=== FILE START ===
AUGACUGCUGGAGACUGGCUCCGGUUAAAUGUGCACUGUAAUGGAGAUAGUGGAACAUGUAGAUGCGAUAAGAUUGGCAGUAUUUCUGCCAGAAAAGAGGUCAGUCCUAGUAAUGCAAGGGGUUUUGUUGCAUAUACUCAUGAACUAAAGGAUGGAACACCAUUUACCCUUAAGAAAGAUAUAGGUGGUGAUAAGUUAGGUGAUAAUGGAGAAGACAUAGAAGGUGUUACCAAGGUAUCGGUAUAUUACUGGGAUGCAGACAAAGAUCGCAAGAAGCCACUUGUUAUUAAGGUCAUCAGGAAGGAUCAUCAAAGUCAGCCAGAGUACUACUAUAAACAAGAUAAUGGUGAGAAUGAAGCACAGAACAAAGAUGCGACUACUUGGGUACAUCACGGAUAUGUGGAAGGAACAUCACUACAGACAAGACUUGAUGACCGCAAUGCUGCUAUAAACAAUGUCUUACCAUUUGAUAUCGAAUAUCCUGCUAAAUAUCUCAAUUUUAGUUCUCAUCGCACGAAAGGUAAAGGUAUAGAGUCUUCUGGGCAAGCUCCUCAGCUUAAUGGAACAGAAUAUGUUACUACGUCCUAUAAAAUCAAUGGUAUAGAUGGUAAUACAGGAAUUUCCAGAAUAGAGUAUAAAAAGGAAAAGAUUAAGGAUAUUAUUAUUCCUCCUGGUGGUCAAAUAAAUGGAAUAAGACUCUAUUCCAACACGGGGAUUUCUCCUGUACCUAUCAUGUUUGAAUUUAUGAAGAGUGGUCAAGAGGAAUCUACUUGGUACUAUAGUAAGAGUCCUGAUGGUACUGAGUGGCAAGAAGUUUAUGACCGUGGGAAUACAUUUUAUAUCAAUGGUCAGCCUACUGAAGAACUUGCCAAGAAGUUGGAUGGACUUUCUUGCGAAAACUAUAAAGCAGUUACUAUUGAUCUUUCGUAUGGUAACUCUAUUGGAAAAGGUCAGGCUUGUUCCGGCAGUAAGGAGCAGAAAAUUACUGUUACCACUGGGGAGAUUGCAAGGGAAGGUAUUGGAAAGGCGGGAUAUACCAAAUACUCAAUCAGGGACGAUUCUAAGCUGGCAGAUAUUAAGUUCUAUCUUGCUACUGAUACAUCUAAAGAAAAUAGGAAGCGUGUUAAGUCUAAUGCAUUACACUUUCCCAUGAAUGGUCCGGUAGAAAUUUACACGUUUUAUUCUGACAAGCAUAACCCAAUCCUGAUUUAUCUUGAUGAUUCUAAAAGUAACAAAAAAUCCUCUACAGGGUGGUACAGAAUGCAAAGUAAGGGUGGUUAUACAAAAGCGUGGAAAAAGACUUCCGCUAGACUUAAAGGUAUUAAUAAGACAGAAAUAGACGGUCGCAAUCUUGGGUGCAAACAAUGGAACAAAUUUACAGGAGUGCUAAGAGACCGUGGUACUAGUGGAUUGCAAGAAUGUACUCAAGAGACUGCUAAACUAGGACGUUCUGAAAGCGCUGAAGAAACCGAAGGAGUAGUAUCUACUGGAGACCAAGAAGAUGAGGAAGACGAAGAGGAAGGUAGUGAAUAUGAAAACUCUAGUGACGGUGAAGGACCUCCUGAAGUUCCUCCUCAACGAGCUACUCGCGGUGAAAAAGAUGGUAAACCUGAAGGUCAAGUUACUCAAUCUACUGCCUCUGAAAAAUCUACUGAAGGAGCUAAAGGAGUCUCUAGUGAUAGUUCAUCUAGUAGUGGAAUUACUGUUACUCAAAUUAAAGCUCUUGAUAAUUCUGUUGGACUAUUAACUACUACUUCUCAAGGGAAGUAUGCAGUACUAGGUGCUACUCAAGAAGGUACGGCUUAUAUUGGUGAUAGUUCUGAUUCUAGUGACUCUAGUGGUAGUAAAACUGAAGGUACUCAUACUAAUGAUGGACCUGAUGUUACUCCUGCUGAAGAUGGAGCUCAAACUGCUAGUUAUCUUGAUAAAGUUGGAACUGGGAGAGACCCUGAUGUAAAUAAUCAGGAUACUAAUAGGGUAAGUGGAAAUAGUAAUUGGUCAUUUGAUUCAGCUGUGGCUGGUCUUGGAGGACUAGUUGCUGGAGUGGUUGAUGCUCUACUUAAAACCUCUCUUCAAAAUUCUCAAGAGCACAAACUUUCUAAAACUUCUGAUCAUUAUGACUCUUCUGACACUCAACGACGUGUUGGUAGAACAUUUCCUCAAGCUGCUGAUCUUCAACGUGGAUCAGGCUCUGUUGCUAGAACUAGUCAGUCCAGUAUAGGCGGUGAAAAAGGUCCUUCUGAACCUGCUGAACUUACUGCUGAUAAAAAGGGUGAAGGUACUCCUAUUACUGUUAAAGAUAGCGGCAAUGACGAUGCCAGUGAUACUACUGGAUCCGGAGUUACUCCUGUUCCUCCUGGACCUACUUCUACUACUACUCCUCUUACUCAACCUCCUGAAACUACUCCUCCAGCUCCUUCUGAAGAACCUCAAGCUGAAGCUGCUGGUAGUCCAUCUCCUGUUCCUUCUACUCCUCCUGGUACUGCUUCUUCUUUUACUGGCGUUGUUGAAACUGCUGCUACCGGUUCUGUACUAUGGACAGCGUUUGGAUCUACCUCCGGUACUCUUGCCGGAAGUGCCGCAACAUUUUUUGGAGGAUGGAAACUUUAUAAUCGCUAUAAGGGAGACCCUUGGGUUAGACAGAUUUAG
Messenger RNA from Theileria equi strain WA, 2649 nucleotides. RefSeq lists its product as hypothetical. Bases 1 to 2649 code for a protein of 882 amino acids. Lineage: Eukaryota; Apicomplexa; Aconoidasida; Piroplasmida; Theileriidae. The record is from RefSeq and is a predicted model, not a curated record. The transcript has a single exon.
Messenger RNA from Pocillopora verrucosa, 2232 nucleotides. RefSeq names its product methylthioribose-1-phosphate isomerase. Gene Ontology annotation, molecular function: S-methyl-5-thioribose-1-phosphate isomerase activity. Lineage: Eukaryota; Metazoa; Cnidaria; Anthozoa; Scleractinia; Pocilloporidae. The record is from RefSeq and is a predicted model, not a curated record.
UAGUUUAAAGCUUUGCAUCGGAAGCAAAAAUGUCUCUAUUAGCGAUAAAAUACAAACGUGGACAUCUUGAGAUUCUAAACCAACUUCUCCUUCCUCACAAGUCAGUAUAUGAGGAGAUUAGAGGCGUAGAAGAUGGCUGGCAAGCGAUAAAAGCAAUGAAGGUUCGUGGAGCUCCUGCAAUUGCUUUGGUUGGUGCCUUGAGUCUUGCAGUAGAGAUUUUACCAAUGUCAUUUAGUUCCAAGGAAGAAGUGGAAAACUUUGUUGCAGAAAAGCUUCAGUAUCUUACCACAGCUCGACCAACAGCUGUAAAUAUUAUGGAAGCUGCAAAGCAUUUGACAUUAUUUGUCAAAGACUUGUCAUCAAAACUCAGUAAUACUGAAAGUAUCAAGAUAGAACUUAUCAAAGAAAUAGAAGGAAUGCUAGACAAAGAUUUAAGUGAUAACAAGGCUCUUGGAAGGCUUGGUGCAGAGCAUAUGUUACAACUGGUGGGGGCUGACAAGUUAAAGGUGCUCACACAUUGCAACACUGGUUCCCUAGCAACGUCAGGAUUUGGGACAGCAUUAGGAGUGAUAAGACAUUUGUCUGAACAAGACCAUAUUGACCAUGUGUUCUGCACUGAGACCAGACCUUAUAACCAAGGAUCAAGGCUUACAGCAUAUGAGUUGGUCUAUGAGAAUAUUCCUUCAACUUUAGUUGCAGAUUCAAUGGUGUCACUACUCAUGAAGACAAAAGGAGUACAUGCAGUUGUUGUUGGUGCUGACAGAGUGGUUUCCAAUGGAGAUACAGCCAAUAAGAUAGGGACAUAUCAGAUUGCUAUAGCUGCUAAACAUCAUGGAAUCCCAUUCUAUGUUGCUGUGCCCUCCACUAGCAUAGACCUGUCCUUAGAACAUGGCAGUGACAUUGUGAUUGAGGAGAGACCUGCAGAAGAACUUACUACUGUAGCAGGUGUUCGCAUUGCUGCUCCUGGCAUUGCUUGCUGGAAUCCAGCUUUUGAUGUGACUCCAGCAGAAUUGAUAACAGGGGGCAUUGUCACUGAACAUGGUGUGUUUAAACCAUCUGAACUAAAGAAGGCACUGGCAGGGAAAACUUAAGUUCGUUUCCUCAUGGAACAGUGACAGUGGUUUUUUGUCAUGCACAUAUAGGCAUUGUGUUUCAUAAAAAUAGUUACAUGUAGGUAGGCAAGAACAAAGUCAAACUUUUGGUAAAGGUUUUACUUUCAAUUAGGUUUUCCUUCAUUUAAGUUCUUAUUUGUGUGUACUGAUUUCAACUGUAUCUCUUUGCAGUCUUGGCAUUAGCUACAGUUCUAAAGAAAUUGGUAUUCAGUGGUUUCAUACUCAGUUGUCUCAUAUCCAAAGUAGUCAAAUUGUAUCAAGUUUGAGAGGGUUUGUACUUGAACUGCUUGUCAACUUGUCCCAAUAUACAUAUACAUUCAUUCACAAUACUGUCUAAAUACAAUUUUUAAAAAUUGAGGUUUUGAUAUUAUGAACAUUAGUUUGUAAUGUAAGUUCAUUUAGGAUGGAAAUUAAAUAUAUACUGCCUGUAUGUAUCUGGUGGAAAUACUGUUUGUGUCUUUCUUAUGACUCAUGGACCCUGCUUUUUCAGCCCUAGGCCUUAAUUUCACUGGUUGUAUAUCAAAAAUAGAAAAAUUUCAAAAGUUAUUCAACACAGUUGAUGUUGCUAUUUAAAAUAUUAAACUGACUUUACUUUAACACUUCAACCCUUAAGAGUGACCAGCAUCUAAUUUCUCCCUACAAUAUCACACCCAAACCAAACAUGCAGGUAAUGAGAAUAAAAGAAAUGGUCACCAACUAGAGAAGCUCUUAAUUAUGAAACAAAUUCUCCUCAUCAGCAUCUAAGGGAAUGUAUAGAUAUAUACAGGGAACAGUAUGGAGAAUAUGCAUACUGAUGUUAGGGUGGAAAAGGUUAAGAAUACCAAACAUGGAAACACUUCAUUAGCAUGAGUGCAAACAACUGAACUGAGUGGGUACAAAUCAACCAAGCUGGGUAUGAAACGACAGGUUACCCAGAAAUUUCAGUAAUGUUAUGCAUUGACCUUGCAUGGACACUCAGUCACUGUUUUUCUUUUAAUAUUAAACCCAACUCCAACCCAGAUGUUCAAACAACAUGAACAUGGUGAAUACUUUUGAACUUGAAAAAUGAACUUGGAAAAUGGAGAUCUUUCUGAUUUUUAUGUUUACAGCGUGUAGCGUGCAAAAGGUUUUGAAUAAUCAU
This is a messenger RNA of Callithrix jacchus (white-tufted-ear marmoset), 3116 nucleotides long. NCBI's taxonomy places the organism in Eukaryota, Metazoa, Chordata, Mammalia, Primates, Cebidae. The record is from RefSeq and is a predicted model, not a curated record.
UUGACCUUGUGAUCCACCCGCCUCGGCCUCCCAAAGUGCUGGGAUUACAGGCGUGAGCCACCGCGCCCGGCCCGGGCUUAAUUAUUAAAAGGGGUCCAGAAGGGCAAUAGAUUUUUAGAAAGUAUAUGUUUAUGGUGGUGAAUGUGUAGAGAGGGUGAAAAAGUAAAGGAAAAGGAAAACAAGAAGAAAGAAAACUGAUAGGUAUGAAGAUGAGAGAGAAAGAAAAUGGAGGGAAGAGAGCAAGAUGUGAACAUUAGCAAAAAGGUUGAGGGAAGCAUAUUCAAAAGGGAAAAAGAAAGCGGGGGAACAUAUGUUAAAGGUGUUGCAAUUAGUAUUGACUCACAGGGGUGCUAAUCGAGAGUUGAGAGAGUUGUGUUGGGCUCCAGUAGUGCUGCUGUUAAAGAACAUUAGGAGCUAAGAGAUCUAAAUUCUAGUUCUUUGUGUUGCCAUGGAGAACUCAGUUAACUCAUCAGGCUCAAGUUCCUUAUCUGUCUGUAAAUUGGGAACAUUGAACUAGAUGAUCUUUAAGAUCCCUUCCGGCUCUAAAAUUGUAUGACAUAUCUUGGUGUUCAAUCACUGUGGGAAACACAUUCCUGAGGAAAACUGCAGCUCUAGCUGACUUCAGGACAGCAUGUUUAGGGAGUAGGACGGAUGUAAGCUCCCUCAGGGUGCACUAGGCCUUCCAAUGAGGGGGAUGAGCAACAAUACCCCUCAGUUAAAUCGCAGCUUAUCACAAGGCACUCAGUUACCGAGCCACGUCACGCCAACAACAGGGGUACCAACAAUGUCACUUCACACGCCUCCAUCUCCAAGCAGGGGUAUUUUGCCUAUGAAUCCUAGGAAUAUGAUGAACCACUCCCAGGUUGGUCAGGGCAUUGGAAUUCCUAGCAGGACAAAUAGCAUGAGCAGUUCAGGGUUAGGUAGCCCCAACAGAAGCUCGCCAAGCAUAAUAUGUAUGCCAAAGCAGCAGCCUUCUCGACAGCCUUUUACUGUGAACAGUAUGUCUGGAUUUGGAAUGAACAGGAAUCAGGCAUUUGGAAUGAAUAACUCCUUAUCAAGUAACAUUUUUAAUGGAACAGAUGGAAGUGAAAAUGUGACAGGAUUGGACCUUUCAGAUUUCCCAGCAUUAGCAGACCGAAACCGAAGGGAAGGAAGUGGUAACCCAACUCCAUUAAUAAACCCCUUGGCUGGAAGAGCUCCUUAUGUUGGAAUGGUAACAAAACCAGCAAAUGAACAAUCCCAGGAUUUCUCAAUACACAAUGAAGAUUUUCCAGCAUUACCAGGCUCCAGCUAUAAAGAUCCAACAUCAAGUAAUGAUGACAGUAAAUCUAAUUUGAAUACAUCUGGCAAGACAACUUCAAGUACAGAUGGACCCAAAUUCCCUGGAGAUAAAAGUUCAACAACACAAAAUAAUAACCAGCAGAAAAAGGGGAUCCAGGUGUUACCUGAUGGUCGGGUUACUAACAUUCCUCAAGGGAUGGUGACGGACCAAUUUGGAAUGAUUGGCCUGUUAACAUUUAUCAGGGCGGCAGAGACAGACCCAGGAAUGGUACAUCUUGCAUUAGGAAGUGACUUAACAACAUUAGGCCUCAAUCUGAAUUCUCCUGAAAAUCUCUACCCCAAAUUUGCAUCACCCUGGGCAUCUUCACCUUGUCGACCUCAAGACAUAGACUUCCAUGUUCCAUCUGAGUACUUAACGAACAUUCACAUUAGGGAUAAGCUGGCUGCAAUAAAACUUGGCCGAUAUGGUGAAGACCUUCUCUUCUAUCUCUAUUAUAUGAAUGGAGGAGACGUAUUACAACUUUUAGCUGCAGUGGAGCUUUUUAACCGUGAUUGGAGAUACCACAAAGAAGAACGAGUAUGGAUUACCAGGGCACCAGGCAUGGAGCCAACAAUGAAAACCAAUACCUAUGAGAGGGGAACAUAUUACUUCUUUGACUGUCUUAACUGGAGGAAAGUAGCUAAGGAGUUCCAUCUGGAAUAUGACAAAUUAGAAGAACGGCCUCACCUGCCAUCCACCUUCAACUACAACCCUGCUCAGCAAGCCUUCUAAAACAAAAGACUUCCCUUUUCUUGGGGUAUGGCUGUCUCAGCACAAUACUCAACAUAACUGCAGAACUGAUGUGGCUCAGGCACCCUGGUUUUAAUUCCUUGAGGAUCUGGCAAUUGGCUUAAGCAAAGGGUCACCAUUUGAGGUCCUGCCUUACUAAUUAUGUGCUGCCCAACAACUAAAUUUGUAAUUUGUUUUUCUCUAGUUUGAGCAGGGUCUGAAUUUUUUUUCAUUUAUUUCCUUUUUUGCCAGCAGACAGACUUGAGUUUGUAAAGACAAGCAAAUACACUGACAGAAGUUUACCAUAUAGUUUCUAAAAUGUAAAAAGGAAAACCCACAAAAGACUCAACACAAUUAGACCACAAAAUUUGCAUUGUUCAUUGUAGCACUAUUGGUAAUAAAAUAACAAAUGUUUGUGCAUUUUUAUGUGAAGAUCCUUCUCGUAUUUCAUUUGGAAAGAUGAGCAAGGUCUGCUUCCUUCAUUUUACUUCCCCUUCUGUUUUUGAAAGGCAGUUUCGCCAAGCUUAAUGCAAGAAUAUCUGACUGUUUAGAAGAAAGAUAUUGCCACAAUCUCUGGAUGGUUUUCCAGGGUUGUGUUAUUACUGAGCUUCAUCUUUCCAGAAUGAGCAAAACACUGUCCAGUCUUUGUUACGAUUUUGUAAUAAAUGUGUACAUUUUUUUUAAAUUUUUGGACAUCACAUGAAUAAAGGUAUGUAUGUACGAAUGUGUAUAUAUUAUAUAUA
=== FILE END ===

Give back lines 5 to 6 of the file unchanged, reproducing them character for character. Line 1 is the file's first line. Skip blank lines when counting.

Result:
This is a messenger RNA of Callithrix jacchus (white-tufted-ear marmoset), 3116 nucleotides long. NCBI's taxonomy places the organism in Eukaryota, Metazoa, Chordata, Mammalia, Primates, Cebidae. The record is from RefSeq and is a predicted model, not a curated record.
UUGACCUUGUGAUCCACCCGCCUCGGCCUCCCAAAGUGCUGGGAUUACAGGCGUGAGCCACCGCGCCCGGCCCGGGCUUAAUUAUUAAAAGGGGUCCAGAAGGGCAAUAGAUUUUUAGAAAGUAUAUGUUUAUGGUGGUGAAUGUGUAGAGAGGGUGAAAAAGUAAAGGAAAAGGAAAACAAGAAGAAAGAAAACUGAUAGGUAUGAAGAUGAGAGAGAAAGAAAAUGGAGGGAAGAGAGCAAGAUGUGAACAUUAGCAAAAAGGUUGAGGGAAGCAUAUUCAAAAGGGAAAAAGAAAGCGGGGGAACAUAUGUUAAAGGUGUUGCAAUUAGUAUUGACUCACAGGGGUGCUAAUCGAGAGUUGAGAGAGUUGUGUUGGGCUCCAGUAGUGCUGCUGUUAAAGAACAUUAGGAGCUAAGAGAUCUAAAUUCUAGUUCUUUGUGUUGCCAUGGAGAACUCAGUUAACUCAUCAGGCUCAAGUUCCUUAUCUGUCUGUAAAUUGGGAACAUUGAACUAGAUGAUCUUUAAGAUCCCUUCCGGCUCUAAAAUUGUAUGACAUAUCUUGGUGUUCAAUCACUGUGGGAAACACAUUCCUGAGGAAAACUGCAGCUCUAGCUGACUUCAGGACAGCAUGUUUAGGGAGUAGGACGGAUGUAAGCUCCCUCAGGGUGCACUAGGCCUUCCAAUGAGGGGGAUGAGCAACAAUACCCCUCAGUUAAAUCGCAGCUUAUCACAAGGCACUCAGUUACCGAGCCACGUCACGCCAACAACAGGGGUACCAACAAUGUCACUUCACACGCCUCCAUCUCCAAGCAGGGGUAUUUUGCCUAUGAAUCCUAGGAAUAUGAUGAACCACUCCCAGGUUGGUCAGGGCAUUGGAAUUCCUAGCAGGACAAAUAGCAUGAGCAGUUCAGGGUUAGGUAGCCCCAACAGAAGCUCGCCAAGCAUAAUAUGUAUGCCAAAGCAGCAGCCUUCUCGACAGCCUUUUACUGUGAACAGUAUGUCUGGAUUUGGAAUGAACAGGAAUCAGGCAUUUGGAAUGAAUAACUCCUUAUCAAGUAACAUUUUUAAUGGAACAGAUGGAAGUGAAAAUGUGACAGGAUUGGACCUUUCAGAUUUCCCAGCAUUAGCAGACCGAAACCGAAGGGAAGGAAGUGGUAACCCAACUCCAUUAAUAAACCCCUUGGCUGGAAGAGCUCCUUAUGUUGGAAUGGUAACAAAACCAGCAAAUGAACAAUCCCAGGAUUUCUCAAUACACAAUGAAGAUUUUCCAGCAUUACCAGGCUCCAGCUAUAAAGAUCCAACAUCAAGUAAUGAUGACAGUAAAUCUAAUUUGAAUACAUCUGGCAAGACAACUUCAAGUACAGAUGGACCCAAAUUCCCUGGAGAUAAAAGUUCAACAACACAAAAUAAUAACCAGCAGAAAAAGGGGAUCCAGGUGUUACCUGAUGGUCGGGUUACUAACAUUCCUCAAGGGAUGGUGACGGACCAAUUUGGAAUGAUUGGCCUGUUAACAUUUAUCAGGGCGGCAGAGACAGACCCAGGAAUGGUACAUCUUGCAUUAGGAAGUGACUUAACAACAUUAGGCCUCAAUCUGAAUUCUCCUGAAAAUCUCUACCCCAAAUUUGCAUCACCCUGGGCAUCUUCACCUUGUCGACCUCAAGACAUAGACUUCCAUGUUCCAUCUGAGUACUUAACGAACAUUCACAUUAGGGAUAAGCUGGCUGCAAUAAAACUUGGCCGAUAUGGUGAAGACCUUCUCUUCUAUCUCUAUUAUAUGAAUGGAGGAGACGUAUUACAACUUUUAGCUGCAGUGGAGCUUUUUAACCGUGAUUGGAGAUACCACAAAGAAGAACGAGUAUGGAUUACCAGGGCACCAGGCAUGGAGCCAACAAUGAAAACCAAUACCUAUGAGAGGGGAACAUAUUACUUCUUUGACUGUCUUAACUGGAGGAAAGUAGCUAAGGAGUUCCAUCUGGAAUAUGACAAAUUAGAAGAACGGCCUCACCUGCCAUCCACCUUCAACUACAACCCUGCUCAGCAAGCCUUCUAAAACAAAAGACUUCCCUUUUCUUGGGGUAUGGCUGUCUCAGCACAAUACUCAACAUAACUGCAGAACUGAUGUGGCUCAGGCACCCUGGUUUUAAUUCCUUGAGGAUCUGGCAAUUGGCUUAAGCAAAGGGUCACCAUUUGAGGUCCUGCCUUACUAAUUAUGUGCUGCCCAACAACUAAAUUUGUAAUUUGUUUUUCUCUAGUUUGAGCAGGGUCUGAAUUUUUUUUCAUUUAUUUCCUUUUUUGCCAGCAGACAGACUUGAGUUUGUAAAGACAAGCAAAUACACUGACAGAAGUUUACCAUAUAGUUUCUAAAAUGUAAAAAGGAAAACCCACAAAAGACUCAACACAAUUAGACCACAAAAUUUGCAUUGUUCAUUGUAGCACUAUUGGUAAUAAAAUAACAAAUGUUUGUGCAUUUUUAUGUGAAGAUCCUUCUCGUAUUUCAUUUGGAAAGAUGAGCAAGGUCUGCUUCCUUCAUUUUACUUCCCCUUCUGUUUUUGAAAGGCAGUUUCGCCAAGCUUAAUGCAAGAAUAUCUGACUGUUUAGAAGAAAGAUAUUGCCACAAUCUCUGGAUGGUUUUCCAGGGUUGUGUUAUUACUGAGCUUCAUCUUUCCAGAAUGAGCAAAACACUGUCCAGUCUUUGUUACGAUUUUGUAAUAAAUGUGUACAUUUUUUUUAAAUUUUUGGACAUCACAUGAAUAAAGGUAUGUAUGUACGAAUGUGUAUAUAUUAUAUAUA